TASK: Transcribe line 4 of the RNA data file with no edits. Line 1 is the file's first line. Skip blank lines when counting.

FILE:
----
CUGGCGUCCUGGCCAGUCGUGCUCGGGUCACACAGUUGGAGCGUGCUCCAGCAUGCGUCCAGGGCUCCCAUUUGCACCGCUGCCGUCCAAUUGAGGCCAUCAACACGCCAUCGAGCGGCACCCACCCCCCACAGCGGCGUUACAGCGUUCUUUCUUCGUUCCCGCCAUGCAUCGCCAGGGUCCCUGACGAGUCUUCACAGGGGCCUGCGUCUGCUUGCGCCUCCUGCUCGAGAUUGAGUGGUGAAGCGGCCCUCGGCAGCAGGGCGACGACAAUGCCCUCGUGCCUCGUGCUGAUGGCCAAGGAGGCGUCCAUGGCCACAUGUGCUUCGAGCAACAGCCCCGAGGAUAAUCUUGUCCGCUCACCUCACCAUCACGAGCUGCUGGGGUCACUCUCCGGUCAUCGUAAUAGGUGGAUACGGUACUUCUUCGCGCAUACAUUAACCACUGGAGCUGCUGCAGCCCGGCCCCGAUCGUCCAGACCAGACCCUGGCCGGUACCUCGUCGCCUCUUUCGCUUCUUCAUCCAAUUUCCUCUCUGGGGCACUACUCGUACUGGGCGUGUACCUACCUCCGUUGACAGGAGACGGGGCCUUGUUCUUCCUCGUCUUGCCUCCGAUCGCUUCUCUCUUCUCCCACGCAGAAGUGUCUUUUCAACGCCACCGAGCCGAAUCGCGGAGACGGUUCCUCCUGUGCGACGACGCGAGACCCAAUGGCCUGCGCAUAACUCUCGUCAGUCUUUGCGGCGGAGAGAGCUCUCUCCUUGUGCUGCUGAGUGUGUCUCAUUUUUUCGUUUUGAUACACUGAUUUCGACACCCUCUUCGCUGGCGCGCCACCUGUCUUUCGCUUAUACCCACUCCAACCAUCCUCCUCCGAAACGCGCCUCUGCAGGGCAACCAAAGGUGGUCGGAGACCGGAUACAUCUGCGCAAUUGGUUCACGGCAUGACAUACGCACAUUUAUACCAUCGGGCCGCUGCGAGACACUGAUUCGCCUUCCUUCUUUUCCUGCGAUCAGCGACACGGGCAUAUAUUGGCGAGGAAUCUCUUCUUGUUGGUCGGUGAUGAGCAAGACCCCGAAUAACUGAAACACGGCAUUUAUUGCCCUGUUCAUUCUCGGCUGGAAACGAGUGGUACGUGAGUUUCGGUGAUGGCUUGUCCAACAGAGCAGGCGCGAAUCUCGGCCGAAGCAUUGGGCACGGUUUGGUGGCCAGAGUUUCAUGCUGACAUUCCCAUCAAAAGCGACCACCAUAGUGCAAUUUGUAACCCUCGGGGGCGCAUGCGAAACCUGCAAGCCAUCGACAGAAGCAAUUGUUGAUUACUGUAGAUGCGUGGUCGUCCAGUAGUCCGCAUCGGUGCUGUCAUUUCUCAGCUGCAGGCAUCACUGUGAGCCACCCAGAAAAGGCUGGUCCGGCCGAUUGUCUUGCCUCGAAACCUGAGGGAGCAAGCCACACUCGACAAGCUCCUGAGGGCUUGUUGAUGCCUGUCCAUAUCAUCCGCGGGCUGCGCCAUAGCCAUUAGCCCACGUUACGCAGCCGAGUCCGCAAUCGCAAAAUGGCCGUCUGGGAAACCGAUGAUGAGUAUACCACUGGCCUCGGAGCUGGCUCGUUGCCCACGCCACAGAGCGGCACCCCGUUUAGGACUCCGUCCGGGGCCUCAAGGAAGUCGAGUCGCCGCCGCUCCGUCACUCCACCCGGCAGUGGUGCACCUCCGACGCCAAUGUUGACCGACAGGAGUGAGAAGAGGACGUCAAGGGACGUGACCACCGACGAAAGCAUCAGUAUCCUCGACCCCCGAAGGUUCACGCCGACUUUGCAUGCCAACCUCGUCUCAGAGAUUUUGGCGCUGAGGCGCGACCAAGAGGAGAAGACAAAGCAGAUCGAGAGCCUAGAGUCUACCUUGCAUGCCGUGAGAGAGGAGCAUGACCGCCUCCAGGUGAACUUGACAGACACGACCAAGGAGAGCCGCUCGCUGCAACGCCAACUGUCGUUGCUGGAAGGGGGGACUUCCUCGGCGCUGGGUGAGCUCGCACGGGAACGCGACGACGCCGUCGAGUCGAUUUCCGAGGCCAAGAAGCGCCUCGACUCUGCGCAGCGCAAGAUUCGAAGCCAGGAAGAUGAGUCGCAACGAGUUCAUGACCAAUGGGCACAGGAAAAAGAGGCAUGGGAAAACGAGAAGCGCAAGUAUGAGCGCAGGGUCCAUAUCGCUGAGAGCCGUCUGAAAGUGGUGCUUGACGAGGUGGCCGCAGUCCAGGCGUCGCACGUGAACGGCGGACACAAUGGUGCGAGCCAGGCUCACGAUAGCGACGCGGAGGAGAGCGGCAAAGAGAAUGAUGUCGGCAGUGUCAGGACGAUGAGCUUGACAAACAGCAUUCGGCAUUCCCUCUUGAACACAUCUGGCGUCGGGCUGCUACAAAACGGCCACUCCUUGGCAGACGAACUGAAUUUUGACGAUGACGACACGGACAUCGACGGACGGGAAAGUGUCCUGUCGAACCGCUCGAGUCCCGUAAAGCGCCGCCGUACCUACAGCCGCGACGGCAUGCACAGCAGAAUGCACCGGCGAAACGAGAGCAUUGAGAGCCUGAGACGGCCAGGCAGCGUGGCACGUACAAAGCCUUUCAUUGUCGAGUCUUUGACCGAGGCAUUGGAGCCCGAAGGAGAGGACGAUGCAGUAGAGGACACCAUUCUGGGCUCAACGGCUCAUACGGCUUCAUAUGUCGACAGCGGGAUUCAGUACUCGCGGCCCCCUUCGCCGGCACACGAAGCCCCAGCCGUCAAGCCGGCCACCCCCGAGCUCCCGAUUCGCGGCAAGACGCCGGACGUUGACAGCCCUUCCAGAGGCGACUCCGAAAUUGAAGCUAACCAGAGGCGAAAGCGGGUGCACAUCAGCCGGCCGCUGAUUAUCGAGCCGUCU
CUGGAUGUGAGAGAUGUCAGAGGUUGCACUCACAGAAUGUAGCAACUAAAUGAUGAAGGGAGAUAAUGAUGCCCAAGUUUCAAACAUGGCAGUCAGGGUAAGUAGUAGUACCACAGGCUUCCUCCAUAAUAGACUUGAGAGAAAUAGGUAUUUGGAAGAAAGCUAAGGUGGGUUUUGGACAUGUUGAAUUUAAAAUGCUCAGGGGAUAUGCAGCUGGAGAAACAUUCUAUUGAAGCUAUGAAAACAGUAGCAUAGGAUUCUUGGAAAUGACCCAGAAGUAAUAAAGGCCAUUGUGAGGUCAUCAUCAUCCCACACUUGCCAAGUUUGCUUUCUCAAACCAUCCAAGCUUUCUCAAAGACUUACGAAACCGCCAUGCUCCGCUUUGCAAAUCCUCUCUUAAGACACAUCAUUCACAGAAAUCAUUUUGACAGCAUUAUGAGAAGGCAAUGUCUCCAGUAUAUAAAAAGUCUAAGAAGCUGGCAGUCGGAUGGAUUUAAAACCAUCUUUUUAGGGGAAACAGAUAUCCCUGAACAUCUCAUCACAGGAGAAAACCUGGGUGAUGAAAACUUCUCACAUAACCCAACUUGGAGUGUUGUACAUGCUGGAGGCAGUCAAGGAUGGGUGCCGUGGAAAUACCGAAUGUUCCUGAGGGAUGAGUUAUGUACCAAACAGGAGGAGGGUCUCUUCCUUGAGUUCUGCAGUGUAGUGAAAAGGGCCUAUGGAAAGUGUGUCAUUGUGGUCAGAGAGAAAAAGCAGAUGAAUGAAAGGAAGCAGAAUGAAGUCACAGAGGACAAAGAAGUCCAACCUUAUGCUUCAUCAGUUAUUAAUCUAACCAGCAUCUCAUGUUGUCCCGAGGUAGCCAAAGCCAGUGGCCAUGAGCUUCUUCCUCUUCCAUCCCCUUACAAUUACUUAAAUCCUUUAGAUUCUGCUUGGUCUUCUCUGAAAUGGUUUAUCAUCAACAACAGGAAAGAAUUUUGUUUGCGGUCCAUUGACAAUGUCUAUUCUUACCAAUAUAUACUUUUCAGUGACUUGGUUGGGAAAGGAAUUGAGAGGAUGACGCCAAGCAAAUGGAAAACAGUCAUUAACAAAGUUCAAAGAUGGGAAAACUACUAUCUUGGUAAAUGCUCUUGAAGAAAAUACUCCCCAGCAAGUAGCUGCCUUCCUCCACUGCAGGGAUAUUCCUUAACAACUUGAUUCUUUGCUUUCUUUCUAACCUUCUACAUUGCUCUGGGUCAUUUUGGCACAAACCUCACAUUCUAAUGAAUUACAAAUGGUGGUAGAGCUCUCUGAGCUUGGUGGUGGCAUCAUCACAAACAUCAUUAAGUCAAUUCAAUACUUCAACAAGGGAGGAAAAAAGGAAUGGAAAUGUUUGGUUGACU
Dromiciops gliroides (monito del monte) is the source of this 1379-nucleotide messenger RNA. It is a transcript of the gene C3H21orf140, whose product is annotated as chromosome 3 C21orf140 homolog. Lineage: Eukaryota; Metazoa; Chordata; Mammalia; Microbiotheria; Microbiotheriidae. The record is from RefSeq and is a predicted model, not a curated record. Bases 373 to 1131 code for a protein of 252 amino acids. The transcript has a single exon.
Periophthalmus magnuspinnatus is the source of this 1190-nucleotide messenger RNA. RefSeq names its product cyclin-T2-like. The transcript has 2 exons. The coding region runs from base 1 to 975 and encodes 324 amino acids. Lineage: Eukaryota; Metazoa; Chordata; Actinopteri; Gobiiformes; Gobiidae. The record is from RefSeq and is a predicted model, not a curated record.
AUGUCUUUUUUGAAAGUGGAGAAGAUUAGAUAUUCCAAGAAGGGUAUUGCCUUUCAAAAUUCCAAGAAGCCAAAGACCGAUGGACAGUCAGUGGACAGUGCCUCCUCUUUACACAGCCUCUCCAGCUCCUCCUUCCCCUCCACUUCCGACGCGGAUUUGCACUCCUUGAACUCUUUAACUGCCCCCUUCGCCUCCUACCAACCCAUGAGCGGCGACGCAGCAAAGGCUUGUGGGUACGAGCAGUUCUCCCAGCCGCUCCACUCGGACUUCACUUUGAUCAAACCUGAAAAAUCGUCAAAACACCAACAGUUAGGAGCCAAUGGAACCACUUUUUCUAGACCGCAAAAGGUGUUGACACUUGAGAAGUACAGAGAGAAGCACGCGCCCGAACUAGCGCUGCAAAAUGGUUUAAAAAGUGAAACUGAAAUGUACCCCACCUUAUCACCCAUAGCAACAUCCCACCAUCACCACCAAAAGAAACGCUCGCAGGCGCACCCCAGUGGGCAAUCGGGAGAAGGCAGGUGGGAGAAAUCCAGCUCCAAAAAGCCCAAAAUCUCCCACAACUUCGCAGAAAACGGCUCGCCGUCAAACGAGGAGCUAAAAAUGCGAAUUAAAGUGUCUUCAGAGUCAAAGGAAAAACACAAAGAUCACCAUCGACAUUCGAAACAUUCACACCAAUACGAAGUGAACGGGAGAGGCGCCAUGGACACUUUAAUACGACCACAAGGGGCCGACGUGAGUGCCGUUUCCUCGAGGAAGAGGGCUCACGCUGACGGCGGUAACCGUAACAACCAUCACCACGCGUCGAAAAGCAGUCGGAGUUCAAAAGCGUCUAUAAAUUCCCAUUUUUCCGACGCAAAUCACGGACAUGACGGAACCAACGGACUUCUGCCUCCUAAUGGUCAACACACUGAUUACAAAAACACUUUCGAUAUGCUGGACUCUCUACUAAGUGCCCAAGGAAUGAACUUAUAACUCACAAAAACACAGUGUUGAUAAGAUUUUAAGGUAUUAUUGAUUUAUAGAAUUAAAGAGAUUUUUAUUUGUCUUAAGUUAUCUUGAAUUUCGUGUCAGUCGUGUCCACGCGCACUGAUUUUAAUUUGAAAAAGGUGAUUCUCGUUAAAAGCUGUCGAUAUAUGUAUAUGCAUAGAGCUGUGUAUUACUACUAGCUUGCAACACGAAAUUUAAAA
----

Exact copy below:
Periophthalmus magnuspinnatus is the source of this 1190-nucleotide messenger RNA. RefSeq names its product cyclin-T2-like. The transcript has 2 exons. The coding region runs from base 1 to 975 and encodes 324 amino acids. Lineage: Eukaryota; Metazoa; Chordata; Actinopteri; Gobiiformes; Gobiidae. The record is from RefSeq and is a predicted model, not a curated record.